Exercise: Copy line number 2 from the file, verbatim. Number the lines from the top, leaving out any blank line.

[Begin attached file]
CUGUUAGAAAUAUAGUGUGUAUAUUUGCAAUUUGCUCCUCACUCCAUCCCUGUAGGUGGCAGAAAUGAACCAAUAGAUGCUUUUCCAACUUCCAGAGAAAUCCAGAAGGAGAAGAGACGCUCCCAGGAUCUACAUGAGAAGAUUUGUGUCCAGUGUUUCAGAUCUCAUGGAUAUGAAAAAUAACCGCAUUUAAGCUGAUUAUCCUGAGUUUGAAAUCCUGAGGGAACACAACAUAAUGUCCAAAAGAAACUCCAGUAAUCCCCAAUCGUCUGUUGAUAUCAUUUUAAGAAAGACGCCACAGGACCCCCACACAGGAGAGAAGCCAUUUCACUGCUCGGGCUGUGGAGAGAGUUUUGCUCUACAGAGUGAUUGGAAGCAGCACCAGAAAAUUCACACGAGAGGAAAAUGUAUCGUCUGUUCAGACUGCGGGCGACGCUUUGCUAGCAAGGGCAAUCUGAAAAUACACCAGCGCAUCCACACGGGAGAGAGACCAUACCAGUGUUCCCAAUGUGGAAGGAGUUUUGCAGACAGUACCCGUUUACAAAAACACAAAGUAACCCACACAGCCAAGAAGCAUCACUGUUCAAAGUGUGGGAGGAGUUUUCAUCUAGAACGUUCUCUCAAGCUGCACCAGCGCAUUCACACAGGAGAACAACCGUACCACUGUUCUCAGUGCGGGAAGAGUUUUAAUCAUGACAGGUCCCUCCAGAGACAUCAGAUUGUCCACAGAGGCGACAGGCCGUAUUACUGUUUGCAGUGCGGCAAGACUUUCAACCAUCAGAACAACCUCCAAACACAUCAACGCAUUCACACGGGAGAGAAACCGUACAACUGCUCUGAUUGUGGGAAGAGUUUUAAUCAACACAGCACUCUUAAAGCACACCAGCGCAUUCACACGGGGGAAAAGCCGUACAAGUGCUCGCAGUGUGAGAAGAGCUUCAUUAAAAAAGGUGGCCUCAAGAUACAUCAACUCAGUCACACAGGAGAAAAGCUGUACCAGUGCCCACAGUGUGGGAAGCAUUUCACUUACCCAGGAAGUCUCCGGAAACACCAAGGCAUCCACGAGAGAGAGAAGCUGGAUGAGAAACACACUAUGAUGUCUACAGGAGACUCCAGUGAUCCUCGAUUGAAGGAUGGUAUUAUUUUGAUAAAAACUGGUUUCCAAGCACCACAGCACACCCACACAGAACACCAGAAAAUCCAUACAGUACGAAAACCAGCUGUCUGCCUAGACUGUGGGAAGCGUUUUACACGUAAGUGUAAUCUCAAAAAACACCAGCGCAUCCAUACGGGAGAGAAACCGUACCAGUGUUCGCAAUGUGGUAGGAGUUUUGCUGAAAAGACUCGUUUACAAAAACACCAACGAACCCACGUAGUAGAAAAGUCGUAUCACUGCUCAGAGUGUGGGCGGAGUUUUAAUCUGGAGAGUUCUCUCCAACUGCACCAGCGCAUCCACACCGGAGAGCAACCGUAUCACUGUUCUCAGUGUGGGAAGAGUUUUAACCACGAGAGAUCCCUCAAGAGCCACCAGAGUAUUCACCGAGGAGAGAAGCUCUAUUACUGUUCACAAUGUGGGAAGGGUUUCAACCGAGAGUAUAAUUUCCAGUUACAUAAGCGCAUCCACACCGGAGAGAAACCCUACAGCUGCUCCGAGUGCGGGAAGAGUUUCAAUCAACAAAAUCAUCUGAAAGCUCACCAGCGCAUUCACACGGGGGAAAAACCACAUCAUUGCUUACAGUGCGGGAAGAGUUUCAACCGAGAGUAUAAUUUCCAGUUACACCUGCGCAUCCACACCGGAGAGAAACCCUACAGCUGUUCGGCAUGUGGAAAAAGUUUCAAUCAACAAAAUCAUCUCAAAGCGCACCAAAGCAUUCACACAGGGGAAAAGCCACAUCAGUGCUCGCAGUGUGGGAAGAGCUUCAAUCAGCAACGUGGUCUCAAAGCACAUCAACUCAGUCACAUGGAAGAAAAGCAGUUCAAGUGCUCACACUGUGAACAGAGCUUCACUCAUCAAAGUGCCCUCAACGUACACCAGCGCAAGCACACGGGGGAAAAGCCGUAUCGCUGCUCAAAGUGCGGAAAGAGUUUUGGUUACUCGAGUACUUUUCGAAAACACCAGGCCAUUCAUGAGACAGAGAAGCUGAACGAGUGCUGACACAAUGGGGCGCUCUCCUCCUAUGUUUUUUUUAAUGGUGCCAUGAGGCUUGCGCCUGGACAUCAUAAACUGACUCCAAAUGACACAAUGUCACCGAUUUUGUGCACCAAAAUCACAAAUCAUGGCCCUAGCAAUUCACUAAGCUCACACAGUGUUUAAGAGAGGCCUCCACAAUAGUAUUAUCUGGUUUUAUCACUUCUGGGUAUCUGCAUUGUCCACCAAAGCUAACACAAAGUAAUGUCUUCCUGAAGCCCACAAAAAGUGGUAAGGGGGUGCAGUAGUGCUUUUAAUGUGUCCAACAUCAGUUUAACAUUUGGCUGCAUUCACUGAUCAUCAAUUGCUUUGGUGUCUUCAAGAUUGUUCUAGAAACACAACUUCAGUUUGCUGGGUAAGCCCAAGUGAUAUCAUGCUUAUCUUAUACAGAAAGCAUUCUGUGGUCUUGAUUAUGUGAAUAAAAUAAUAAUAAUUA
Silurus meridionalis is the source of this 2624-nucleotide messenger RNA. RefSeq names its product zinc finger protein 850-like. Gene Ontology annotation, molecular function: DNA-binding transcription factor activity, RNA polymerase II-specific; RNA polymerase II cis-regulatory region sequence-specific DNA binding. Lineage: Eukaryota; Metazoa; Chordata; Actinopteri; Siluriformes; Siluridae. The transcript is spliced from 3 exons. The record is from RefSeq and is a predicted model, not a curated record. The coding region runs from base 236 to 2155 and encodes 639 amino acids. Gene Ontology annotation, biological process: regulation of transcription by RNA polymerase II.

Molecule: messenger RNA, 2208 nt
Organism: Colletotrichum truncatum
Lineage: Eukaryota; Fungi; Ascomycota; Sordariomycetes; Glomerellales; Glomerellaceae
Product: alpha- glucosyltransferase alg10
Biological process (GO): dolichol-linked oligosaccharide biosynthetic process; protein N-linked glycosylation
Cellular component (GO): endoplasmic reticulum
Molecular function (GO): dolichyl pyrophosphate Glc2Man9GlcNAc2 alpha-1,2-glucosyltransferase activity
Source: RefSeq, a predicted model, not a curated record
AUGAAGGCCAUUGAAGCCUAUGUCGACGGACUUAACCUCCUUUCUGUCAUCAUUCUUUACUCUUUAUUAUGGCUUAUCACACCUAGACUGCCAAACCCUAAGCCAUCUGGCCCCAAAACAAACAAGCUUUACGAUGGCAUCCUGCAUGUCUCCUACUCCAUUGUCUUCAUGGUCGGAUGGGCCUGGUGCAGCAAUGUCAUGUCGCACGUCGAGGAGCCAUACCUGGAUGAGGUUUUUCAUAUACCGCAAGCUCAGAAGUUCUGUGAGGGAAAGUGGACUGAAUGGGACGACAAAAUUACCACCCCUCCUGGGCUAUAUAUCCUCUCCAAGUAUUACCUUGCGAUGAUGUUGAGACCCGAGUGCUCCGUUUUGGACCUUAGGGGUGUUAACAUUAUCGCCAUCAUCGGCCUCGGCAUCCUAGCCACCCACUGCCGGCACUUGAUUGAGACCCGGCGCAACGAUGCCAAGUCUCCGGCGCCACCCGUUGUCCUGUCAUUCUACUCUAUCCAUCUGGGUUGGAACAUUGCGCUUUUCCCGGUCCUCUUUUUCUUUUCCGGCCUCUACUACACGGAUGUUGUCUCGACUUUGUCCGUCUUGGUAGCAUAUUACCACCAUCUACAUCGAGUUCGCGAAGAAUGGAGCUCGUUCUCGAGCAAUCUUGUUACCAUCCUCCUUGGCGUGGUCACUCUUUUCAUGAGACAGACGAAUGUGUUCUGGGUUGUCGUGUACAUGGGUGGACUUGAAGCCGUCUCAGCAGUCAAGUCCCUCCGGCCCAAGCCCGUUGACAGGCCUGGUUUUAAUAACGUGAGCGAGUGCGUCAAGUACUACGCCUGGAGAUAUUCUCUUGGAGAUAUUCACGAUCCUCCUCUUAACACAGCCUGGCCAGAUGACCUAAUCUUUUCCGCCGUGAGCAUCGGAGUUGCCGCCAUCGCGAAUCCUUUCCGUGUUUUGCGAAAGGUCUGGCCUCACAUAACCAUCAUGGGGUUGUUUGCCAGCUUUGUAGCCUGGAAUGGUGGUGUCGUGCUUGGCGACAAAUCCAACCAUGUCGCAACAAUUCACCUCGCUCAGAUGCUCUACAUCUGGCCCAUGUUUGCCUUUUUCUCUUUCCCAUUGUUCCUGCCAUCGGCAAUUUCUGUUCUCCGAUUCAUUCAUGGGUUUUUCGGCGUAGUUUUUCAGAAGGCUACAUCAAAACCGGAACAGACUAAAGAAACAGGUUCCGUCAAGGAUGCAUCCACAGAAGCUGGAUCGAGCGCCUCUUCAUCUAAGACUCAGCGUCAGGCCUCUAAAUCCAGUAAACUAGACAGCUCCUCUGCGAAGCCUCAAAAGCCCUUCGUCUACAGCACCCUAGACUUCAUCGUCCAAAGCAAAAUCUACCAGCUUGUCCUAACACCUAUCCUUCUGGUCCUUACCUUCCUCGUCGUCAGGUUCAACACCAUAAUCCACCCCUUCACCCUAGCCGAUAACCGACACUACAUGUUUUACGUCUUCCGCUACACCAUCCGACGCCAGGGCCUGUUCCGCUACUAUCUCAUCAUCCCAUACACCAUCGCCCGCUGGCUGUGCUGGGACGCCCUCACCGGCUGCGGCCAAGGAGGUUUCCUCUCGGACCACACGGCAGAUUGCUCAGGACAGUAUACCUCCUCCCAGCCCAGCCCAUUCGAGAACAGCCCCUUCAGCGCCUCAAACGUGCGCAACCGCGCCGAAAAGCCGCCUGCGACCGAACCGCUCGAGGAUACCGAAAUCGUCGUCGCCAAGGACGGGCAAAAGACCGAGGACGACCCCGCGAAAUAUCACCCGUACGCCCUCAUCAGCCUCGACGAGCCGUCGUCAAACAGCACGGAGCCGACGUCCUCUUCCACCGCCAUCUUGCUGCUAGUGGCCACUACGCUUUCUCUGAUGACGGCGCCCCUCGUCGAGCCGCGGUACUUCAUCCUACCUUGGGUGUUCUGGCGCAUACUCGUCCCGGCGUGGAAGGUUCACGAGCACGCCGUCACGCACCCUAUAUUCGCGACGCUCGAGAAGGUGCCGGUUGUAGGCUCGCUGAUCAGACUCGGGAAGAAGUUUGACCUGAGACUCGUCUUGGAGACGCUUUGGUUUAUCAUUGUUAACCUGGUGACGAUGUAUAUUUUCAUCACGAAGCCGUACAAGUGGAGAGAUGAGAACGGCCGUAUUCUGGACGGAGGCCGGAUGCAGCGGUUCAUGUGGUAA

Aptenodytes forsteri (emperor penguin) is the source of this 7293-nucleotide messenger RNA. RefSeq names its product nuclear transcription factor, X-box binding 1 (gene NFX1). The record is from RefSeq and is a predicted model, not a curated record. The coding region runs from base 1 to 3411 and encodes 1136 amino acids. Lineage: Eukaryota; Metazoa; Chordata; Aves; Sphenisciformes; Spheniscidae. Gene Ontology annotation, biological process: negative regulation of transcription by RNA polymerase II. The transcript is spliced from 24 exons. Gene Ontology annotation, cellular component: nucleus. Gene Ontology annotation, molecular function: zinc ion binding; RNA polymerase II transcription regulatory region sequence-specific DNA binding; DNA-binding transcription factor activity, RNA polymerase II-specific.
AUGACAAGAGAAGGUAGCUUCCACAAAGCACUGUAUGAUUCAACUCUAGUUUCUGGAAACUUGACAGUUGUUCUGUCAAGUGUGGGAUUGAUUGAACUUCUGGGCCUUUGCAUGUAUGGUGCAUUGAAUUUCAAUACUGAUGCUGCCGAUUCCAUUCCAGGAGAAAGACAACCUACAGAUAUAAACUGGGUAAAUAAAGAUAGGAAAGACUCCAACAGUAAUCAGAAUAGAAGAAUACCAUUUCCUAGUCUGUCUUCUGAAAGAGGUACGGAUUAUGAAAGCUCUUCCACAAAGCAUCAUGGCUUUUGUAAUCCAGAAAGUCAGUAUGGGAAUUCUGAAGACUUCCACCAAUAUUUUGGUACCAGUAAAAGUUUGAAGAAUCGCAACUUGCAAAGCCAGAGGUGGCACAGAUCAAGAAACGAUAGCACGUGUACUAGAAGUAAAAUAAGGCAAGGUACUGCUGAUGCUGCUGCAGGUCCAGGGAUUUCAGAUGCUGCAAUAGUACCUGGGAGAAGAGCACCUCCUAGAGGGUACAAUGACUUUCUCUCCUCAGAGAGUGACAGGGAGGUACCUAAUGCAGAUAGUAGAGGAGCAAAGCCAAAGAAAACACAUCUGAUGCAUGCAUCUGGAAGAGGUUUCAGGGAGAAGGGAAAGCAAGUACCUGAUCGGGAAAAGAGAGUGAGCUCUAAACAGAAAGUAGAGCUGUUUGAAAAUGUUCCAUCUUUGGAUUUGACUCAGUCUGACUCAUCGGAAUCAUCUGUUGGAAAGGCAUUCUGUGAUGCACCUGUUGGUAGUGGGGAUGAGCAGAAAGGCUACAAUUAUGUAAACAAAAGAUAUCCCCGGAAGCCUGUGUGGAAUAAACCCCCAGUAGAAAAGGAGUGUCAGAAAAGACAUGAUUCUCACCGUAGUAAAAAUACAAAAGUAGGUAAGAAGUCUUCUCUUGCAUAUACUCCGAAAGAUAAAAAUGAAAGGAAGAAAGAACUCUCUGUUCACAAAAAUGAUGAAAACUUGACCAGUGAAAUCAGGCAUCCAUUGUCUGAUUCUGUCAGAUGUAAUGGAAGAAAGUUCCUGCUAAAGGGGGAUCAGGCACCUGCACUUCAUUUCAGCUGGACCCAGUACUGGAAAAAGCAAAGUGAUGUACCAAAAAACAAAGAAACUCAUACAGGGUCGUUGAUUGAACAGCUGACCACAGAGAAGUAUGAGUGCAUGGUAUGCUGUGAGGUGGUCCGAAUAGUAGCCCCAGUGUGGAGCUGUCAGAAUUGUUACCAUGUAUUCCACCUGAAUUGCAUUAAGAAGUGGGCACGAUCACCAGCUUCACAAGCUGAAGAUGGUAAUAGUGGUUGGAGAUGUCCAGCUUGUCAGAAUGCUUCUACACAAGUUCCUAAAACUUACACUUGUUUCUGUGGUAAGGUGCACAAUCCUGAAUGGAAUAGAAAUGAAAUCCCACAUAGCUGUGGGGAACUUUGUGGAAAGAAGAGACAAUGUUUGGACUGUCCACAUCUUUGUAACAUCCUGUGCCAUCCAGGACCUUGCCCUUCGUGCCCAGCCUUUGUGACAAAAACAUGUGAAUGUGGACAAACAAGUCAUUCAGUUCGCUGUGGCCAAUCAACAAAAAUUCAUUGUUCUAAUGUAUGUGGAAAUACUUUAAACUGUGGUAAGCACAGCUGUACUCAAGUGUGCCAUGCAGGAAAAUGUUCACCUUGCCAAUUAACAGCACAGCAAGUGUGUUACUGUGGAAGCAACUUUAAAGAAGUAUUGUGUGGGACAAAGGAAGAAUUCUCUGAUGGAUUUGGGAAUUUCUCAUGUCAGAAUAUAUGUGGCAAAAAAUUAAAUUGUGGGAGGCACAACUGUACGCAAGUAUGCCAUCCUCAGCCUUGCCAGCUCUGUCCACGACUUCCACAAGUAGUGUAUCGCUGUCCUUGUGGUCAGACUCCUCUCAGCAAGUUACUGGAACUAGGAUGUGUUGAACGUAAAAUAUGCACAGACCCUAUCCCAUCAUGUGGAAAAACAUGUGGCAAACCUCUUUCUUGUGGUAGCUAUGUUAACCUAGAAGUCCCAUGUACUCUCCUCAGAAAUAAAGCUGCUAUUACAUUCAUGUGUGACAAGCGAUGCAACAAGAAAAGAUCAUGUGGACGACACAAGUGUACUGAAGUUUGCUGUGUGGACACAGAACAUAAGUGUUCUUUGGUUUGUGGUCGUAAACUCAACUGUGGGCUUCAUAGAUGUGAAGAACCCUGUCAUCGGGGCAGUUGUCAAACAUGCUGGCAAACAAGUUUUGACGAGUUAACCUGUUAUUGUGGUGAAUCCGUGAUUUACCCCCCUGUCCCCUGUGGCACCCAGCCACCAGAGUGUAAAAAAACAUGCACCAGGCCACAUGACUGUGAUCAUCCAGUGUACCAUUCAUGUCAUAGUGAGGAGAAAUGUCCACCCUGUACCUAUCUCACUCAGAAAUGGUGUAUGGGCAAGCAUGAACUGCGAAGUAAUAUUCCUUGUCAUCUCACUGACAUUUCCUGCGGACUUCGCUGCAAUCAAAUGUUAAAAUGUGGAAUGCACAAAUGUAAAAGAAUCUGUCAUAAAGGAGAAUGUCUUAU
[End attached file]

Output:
Silurus meridionalis is the source of this 2624-nucleotide messenger RNA. RefSeq names its product zinc finger protein 850-like. Gene Ontology annotation, molecular function: DNA-binding transcription factor activity, RNA polymerase II-specific; RNA polymerase II cis-regulatory region sequence-specific DNA binding. Lineage: Eukaryota; Metazoa; Chordata; Actinopteri; Siluriformes; Siluridae. The transcript is spliced from 3 exons. The record is from RefSeq and is a predicted model, not a curated record. The coding region runs from base 236 to 2155 and encodes 639 amino acids. Gene Ontology annotation, biological process: regulation of transcription by RNA polymerase II.